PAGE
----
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03 March 2010
According to the latest monthly recruitment industry survey for February published by the Recruitment and Employment Confederation (REC) and KPMG, growth of permanent staff placements accelerated in February, reaching its strongest pace since July 2007. Temporary/contract staff billings also increased, although the latest rise was the slowest in three months.
Overall demand for staff continued to increase in February, extending the current period of growth to five months. The pace of expansion accelerated again, reaching its fastest for just over two-and-a-half years. Sharper increases in demand were recorded for both permanent and temporary/contract staff.
Although still moderate relative to the survey's long-run trend, the rate of inflation of permanent staff salaries accelerated to a twenty-month high in February. Temporary/contract staff hourly pay rates rose marginally for the second month running.
The supply of candidates to fill vacancies continued to rise in February, but at a slower rate. The latest increases in both permanent and temporary/contract staff availability were the weakest since April 2008.
The number of people placed in permanent jobs by recruitment consultancies increased again in February, extending the current period of growth to seven months. Furthermore, the rate of expansion accelerated to the strongest in just over three-and-a-half years. Around 43% of panellists reported a rise in placements, twice the proportion that signalled a fall. Anecdotal evidence suggested that growth was underpinned by increased client confidence and improving market conditions.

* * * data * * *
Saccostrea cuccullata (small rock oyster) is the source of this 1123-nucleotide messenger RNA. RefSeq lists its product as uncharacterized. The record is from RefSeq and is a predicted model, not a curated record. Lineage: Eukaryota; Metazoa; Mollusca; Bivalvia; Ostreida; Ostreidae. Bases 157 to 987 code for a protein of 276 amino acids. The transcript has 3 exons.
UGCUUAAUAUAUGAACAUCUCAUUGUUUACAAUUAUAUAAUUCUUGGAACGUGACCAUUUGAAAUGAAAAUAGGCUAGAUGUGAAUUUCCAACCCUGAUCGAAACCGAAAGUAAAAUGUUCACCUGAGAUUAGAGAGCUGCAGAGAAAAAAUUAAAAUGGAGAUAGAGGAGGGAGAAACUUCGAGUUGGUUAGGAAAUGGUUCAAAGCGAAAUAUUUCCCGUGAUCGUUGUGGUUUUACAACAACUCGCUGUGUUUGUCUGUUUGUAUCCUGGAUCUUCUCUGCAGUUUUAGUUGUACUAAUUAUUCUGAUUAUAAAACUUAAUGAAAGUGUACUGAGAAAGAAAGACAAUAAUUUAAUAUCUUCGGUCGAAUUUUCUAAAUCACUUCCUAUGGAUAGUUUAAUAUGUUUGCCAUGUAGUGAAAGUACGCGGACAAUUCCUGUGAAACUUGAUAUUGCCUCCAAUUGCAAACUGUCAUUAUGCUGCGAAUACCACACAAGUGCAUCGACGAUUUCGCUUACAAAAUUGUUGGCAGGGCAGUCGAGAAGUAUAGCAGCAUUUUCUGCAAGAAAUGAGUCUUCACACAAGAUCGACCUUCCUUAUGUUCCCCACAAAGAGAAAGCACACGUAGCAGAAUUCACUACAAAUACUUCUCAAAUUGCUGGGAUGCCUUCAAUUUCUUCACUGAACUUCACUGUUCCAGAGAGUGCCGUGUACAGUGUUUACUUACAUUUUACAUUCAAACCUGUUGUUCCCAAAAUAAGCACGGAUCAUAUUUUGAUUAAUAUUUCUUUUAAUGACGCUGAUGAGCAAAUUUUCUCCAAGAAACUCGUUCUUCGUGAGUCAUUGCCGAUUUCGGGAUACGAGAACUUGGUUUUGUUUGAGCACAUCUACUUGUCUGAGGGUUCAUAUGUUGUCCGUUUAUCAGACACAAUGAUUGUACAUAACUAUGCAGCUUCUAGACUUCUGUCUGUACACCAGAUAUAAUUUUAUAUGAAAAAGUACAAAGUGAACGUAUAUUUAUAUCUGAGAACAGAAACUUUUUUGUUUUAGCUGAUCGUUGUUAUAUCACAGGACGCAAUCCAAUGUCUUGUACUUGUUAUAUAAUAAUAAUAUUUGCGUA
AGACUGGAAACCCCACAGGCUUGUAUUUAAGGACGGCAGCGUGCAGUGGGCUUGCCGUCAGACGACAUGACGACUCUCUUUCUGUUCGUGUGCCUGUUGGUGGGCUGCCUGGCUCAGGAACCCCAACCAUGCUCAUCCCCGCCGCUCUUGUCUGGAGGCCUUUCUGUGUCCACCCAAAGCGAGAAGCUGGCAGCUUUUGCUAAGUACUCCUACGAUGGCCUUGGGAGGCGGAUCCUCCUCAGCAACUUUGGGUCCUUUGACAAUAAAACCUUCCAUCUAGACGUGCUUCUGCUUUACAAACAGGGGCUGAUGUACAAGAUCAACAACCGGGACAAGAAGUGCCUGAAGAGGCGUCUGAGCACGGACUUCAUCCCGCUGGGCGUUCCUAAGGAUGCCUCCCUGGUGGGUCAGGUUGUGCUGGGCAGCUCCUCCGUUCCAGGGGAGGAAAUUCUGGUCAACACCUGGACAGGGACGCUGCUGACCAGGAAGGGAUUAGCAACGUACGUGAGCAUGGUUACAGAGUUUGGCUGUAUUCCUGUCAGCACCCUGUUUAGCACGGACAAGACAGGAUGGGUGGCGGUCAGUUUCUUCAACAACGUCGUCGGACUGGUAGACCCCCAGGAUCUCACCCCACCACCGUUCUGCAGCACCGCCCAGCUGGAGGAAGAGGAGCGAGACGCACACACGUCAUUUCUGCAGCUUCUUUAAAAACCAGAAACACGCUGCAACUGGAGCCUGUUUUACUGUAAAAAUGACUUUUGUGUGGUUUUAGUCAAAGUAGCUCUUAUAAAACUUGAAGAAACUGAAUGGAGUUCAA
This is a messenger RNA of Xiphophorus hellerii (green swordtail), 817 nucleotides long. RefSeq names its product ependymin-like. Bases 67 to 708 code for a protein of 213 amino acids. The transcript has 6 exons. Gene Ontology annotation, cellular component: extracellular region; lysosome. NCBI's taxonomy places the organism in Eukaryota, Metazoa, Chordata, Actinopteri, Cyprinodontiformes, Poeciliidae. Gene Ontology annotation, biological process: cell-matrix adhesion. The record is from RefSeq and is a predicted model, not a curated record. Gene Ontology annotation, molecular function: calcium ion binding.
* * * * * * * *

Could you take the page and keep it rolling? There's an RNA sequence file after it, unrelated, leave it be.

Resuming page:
Agencies' billings from short-term staff employment continued to rise in February, amid reports from panellists of higher vacancy levels. However, the rate of expansion eased to the slowest since last November. Comments from the survey panel suggested that growth had been constrained by some clients opting not to renew contracts.
Kevin Green, the REC's Chief Executive, says "the UK jobs market is continuing to improve. Increasing employer confidence has resulted in the best performance we've seen in permanent employment for two and a half years. High-end sectors such as IT are showing particularly strong growth and we are also seeing significant increases in demand for admin and back-office support."
"Looking ahead, there are indications that recruitment in the public sector could drop off fast. A new approach to public sector resourcing is now critical and will have a direct impact on the wider employment outlook."
"We question whether the public sector has the right capability in place to lead the necessary transformation and put in place staffing structures that will keep costs down while improving public services. Rather than responding with random job cuts, the public sector needs to embrace radical reform. Flexible working must be seen as part of the cost solution, rather than the problem."